PNC Financial Services Group Inc. (PNC) plans to boost its residential mortgage repurchase reserves by around $350 million in the second quarter of 2012. The decision follows the company’s experience of recently elevated levels of government sponsored enterprise (GSE)-related repurchase demands. The company has conveyed this information to investors at Morgan Stanley’s (MS) financials conference yesterday.
The increased levels of GSE-related repurchase demands for PNC Financial are primarily in 2005-08 vintages and the major reasons cited for the recent claims include property values and missing documentation. The reserve additions will result in life-to-date accrued losses of $1.6 billion.
The GSE, whose name was not being referred by the PNC Financial management, insists on demanding mortgage repurchases by PNC Financial. The mortgages are mostly originated by National City Corp. which was acquired in 2009.
It was found in the aftermath of the real estate market collapse in 2008 and the financial crisis that mortgage and mortgage backed securities occupied a significant share of the total financial system. In several situations, the legitimacy of the mortgages as well as the documents was doubtful. The mortgage originators did not complete due diligence in several cases and also deliberately defrauded.
Now when banks sell mortgage-backed securities to investors and GSEs, there is a clause that can force a bank to buyback the securities in the event of fraudulent or faulty underwriting or origination of the underlying mortgage. Therefore, in cases of fraudulent and faulty origination documents, the holder of the mortgage-backed securities demands buybacks by the seller of the security.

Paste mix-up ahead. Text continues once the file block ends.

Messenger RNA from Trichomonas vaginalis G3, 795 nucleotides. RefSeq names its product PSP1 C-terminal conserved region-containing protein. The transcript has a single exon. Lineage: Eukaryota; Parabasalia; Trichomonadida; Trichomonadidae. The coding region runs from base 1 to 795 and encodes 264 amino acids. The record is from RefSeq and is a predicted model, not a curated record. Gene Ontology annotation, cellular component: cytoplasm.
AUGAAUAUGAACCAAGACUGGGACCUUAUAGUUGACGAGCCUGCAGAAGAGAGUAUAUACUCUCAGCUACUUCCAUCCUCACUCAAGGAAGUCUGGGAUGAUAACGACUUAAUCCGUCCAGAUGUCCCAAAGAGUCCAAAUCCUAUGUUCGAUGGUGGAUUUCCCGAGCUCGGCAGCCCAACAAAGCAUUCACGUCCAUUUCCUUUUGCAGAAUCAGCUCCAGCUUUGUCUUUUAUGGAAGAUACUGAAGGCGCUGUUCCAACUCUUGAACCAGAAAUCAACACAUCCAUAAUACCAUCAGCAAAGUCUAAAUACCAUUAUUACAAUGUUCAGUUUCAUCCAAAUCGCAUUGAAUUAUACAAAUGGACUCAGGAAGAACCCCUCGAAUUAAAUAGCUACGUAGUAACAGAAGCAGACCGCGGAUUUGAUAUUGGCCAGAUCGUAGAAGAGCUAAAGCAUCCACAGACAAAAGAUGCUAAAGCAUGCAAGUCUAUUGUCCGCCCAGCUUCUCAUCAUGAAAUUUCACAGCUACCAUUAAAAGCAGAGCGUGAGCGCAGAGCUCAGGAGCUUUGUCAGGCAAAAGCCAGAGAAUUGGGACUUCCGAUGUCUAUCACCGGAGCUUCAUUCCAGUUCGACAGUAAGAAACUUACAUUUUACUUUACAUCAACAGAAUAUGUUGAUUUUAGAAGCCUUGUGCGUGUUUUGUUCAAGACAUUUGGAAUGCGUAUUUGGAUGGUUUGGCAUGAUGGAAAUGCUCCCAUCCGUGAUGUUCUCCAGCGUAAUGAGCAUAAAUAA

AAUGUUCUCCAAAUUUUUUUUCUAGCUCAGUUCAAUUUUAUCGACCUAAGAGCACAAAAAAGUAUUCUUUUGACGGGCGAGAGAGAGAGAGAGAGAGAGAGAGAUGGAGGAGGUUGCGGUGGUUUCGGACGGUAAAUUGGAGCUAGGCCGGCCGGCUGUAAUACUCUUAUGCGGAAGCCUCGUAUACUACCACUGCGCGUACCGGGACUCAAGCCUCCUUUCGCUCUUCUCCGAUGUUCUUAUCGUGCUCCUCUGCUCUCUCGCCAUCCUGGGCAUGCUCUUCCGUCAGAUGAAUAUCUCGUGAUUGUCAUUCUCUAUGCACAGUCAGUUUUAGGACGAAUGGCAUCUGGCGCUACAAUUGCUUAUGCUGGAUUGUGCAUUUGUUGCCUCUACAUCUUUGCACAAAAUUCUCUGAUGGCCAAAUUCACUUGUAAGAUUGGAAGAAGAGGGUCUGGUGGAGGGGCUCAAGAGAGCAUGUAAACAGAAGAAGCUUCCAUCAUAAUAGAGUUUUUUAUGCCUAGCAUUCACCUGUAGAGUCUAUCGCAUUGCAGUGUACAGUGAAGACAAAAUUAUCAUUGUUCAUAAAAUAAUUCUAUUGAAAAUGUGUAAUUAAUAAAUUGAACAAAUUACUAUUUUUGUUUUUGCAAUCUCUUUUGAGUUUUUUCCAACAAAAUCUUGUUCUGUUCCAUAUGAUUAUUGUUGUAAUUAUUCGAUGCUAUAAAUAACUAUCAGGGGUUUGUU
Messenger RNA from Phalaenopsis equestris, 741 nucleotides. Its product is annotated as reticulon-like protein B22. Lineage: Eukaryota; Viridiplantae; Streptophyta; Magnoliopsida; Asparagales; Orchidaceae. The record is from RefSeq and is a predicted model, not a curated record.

In fact, a number of Wall Street Big banks have suffered billions of losses for costs associated with such activities. Besides PNC Financial, Bank of America Corp. (BAC) is also experiencing increased demands for mortgage repurchases from the GSEs. The mortgages originated primarily from Countrywide Financial which Bank of America had purchased in 2008.
For PNC Financial, an increase in mortgage repurchase demand remains a concern.Moreover, a tepid economic recovery, continued low interest rate environment and regulatory issues seem to somewhat limit growth in the company’s profitability.
However, the continued strengthening of the balance sheet should propel its earnings ahead. Moreover, strategic acquisitions in the recent times should also help in generating revenue growth. Stress test clearance, dividend hikes and share buybacks also serve as positive catalysts for the stock.
PNC Financial shares maintain a Zacks #3 Rank, which translates into a short-term Hold recommendation. Considering the fundamentals, we also maintain our long-term Neutral rating on the stock.
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